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 Post subject: Re: Why ClawPOMB is broken
 Post Posted: Tue Apr 19, 2016 12:09 am 
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OCC (perpetual scheduled league) data for seasons 4-28, over 24k matches at all TVs. Plenty, but not masses, of Chaos (certainly nowhere near MM levels).

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OFL data - don't recall the number of matches but I can find out if anyone wants it. Fewer matches but with racial restrictions in place (3 or 4 of each race maximum) and semi-recycling: 48 matches played per 3-season era (potentially more with playoffs each season) then teams are reset to 1150TV with up to 3 players (max total value 600TV) being carried over to the next era. Also the possibility to purchase old players up to that limit of 3 & 600TV during the era (and yes, you can replace them as they die).

For the rest of the data I've looked at (NAF, Cyanide MM, FUMBBL) see here: http://forum.bloodbowl-game.com/viewtop ... 988#p58988

Certainly environments will have an effect on win rates, but not one of those environments shows disproportionate win rates for CPOMB teams.
Quote:
Right now I'm not convinced we have the data to say either way.
What data we do have does not show there to be abnormal win rates.


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 Post subject: Re: Why ClawPOMB is broken
 Post Posted: Tue Apr 19, 2016 12:25 am 
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And are these chaos teams (for example) actually employing cpomb or are we just assuming they are? To be clear when I say cpomb teams I mean teams actually employing cpomb as opposed to those who theoretically could but aren't . Additionally what is the tipping point for a 'cpomb' team? Are Norse one? They only have one cpomb but 4 other possible pomb (without using doubles).

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 Post subject: Re: Why ClawPOMB is broken
 Post Posted: Tue Apr 19, 2016 12:52 am 
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I doubt there's any way to find that detail of data, without someone checking each team individually, and I'm not even sure the Cyanide data shows that. You could go and check on Fumbbl and check all the teams yourself (burden of proof and all that ;) ).

However, if they are ALL using it, then the data shows it's not a winning strategy.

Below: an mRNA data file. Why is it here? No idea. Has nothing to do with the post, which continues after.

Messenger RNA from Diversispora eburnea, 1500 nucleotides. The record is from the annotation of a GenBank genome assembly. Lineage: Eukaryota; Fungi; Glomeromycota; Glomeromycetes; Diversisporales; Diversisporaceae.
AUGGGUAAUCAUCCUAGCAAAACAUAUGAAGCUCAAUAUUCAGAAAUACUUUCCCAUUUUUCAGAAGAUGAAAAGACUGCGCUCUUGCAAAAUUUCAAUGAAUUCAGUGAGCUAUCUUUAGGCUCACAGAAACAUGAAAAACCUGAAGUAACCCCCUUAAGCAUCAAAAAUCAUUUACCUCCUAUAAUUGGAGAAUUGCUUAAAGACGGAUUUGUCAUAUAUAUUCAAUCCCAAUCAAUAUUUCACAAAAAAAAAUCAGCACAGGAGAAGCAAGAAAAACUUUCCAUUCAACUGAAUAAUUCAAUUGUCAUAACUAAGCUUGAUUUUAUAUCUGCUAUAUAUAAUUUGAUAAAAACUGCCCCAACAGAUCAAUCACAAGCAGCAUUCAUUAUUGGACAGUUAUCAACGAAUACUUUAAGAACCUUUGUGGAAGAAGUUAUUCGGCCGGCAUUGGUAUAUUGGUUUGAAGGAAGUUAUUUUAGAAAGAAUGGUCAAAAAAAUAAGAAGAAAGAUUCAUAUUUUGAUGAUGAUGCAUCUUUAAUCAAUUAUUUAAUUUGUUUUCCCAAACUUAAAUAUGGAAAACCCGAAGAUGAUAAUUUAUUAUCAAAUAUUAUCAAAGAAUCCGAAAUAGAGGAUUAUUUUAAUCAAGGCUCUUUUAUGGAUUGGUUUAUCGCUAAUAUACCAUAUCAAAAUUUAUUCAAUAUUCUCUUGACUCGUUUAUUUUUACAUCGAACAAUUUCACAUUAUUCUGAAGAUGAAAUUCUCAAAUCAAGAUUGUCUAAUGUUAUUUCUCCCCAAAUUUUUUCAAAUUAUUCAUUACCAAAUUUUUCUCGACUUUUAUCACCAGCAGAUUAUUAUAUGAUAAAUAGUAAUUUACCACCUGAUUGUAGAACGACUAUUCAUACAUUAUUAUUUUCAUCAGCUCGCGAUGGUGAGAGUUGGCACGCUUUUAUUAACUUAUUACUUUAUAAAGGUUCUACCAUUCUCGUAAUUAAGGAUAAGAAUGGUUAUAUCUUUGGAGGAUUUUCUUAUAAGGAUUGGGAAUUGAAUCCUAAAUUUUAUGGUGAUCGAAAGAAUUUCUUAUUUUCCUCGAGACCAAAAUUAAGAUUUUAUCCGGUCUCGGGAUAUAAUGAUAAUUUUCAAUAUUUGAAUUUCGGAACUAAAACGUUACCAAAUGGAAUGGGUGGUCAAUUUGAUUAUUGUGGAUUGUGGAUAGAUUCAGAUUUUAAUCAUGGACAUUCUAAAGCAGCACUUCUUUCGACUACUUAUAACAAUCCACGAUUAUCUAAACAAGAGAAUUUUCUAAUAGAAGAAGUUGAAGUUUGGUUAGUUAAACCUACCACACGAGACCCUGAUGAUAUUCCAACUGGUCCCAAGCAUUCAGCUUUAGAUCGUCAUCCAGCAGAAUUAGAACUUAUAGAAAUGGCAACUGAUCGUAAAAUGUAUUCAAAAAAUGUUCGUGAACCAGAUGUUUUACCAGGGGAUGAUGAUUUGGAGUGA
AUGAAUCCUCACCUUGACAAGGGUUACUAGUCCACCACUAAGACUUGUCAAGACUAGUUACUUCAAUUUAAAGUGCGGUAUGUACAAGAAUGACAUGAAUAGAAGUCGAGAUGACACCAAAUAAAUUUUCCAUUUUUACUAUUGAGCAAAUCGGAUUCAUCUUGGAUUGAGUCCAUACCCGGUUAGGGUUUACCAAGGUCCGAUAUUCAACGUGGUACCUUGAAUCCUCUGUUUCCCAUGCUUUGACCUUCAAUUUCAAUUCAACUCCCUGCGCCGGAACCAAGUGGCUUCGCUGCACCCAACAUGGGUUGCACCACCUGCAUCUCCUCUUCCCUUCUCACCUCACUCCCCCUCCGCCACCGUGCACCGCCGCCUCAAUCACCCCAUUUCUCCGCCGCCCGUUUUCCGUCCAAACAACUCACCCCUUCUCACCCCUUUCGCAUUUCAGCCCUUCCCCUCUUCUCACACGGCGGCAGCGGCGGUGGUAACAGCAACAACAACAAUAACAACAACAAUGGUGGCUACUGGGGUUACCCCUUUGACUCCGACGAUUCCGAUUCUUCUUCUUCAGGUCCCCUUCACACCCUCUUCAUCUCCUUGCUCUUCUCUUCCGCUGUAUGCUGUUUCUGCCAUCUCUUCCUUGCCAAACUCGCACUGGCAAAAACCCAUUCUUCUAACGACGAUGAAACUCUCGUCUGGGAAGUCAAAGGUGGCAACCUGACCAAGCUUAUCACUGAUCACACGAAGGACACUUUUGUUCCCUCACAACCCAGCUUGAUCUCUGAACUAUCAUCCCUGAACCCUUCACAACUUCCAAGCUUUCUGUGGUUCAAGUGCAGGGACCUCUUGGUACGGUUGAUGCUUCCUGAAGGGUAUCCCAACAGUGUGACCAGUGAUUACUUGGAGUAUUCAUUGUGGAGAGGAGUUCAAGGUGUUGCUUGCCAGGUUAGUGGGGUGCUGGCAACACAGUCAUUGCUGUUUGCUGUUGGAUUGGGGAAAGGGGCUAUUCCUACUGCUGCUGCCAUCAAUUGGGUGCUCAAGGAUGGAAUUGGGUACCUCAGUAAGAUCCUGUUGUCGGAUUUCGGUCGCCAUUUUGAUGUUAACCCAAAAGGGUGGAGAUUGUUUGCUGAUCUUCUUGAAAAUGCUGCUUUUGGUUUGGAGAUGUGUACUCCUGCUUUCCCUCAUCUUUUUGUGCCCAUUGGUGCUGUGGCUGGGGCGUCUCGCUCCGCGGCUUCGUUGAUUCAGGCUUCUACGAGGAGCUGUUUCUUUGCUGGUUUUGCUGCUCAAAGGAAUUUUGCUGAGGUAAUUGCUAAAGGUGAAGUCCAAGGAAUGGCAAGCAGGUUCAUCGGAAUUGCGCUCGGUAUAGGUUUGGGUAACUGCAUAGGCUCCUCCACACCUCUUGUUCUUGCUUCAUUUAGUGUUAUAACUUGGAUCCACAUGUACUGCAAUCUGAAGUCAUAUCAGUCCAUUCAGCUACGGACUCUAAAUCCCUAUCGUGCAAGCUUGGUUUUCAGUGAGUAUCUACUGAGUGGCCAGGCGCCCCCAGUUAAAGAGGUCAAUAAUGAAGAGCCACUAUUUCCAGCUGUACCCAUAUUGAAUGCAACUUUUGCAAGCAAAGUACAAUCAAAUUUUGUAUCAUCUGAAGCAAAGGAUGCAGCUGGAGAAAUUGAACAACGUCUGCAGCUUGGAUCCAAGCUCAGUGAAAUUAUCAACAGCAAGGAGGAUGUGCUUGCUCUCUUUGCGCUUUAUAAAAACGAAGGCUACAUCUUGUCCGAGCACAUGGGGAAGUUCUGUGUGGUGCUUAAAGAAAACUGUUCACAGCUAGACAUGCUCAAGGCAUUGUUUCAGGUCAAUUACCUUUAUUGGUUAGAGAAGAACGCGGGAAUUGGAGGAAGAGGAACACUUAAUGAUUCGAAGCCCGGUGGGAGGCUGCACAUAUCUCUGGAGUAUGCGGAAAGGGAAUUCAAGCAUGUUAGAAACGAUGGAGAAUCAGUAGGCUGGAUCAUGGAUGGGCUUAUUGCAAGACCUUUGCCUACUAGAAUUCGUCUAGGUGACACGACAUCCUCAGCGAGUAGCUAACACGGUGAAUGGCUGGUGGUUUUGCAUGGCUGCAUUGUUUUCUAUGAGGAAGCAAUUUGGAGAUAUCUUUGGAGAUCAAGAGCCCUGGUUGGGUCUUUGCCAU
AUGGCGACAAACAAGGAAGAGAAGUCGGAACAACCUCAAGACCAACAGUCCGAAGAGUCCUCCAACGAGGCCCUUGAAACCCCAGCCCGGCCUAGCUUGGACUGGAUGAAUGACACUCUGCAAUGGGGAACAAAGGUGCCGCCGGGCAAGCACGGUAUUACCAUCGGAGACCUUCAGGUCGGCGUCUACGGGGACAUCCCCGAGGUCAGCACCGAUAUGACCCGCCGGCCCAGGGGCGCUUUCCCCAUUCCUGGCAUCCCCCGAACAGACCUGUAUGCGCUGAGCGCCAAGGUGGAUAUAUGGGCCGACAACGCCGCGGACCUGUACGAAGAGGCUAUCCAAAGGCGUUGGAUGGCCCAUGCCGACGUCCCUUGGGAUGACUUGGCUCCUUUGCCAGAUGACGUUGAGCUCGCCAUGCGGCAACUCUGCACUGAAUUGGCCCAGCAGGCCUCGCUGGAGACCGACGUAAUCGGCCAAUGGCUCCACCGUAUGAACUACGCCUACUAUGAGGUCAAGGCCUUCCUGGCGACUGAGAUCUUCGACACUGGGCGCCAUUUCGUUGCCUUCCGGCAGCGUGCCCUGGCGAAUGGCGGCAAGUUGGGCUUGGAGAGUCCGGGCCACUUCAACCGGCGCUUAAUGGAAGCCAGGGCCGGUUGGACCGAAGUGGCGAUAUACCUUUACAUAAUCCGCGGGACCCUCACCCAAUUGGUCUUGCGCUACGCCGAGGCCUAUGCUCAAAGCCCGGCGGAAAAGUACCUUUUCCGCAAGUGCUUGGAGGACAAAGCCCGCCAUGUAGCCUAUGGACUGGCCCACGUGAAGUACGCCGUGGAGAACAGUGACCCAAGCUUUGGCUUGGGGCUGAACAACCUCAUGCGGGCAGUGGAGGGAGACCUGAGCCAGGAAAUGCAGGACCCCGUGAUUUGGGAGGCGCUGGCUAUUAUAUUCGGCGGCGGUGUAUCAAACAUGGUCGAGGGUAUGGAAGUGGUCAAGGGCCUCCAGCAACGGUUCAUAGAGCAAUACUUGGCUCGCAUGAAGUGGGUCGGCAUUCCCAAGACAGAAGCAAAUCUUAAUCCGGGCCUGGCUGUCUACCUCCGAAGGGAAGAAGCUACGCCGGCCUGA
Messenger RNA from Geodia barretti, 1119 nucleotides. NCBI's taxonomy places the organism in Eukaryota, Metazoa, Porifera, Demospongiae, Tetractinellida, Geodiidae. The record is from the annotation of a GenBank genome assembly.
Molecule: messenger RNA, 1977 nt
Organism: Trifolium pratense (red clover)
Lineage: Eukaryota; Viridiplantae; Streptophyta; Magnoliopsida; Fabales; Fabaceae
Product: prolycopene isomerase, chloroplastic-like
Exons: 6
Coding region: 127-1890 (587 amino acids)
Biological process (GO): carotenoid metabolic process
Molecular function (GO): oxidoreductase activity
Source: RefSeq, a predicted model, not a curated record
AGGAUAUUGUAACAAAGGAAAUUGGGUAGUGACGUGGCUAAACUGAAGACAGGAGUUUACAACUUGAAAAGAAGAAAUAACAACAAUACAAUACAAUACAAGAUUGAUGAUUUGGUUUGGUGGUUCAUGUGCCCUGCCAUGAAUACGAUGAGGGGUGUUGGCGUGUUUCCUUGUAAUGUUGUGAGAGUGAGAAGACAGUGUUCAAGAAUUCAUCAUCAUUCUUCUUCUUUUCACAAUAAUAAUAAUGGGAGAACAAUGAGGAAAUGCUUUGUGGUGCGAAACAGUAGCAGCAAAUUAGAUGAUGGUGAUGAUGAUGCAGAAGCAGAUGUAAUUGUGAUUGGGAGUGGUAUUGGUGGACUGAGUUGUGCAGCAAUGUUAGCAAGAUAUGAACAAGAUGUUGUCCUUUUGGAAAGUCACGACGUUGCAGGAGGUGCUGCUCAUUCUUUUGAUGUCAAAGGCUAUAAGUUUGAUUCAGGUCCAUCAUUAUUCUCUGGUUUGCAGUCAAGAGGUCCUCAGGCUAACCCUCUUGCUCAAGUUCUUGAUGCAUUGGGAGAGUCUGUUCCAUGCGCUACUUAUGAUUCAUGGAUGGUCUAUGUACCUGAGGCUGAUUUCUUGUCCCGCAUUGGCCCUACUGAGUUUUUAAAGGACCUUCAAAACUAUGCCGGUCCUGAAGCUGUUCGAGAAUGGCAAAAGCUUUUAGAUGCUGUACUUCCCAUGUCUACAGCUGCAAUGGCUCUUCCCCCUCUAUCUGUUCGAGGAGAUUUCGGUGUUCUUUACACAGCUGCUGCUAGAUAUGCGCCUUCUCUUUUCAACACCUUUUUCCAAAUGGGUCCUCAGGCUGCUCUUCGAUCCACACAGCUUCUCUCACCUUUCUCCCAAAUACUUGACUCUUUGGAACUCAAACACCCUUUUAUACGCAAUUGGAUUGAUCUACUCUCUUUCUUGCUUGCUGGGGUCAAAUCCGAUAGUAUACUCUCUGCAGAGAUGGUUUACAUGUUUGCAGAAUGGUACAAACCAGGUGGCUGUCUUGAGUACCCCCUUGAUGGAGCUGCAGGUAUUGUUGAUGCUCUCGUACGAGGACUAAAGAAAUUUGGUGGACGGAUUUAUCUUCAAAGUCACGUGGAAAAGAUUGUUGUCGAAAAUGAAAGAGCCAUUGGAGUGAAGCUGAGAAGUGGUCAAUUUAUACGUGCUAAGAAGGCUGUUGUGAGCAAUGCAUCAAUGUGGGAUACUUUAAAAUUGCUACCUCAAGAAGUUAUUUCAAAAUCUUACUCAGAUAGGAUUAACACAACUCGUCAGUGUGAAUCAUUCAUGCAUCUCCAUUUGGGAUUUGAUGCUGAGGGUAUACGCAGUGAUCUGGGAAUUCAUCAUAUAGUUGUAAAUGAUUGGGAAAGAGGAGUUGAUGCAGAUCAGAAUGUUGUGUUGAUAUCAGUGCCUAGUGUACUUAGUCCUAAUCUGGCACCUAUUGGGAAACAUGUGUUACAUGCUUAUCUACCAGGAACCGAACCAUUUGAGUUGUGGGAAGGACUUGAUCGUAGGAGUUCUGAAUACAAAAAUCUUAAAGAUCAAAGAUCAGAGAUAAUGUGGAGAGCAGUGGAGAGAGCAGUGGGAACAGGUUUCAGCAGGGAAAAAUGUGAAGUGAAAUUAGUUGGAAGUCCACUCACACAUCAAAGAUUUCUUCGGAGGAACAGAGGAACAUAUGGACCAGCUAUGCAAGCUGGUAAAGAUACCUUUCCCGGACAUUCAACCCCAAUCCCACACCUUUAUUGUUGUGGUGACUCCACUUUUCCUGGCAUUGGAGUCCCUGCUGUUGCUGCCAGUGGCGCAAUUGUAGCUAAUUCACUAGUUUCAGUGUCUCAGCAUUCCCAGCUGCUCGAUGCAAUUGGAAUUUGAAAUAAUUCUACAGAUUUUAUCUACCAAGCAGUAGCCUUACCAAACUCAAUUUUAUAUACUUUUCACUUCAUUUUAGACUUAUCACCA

If they're NOT all using it, then it's not a winning strategy because if it was, more/all of them would be.

As for what constitutes a clawpomb team, that depends on who you're talking to.

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 Post subject: Re: Why ClawPOMB is broken
 Post Posted: Tue Apr 19, 2016 6:57 am 
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sann0638 wrote:
Quick counter point that (I don't think) you've addressed - clawpomb dominated teams don't win lots of games?


Sann, could you link your source please? I want to reply specifically to address this point so it would be good to be able to tailor it directly to your evidence.


Darkson wrote:
While some good points, your sats only take in to account knockdowns, and doesn't take in to account that for the approx same TV the opposing team has Block/Wrestle, Guard, Dodge, all skills that protect from being knocked down in the first place.


This is not true, for 2 reasons. Firstly ClawPOMB is only 3 skills so the equivalent TV would not have a lot of those skills mentioned. As I specifically stated ClawPOMB only adds 60 to 80 TV. If you counter that it takes more time to get those 3 skills onto a single player which would result in other players being able to skill up then that is also true of the other players on the ClawPOMBer side so these negate. Secondly the BB mechanics means that I am largely free to choose who I want to use the ClawPOMBer on. The first action will be to go numbers up by targeting your weaker players that you have not given those skills to. If you blodge 6 of your players that is still 5 I can ClawPOMB, and you are going to struggle with 6 v 11. You cannot protect everyone.


Darkson wrote:
1. Not all skills have specific counter skills, this is not unique to clawpomb. There are skills that reduce it's effectiveness (as above).


Irrelevant. Just because there is no specific counter to Kick Off Return does not make ClawPOMB any more or less effective. The discussion is about ClawPOMB as a mechanic and it is important to note what counter strategies can be employed to show that the power of the killstack escalation cannot be neutralised directly.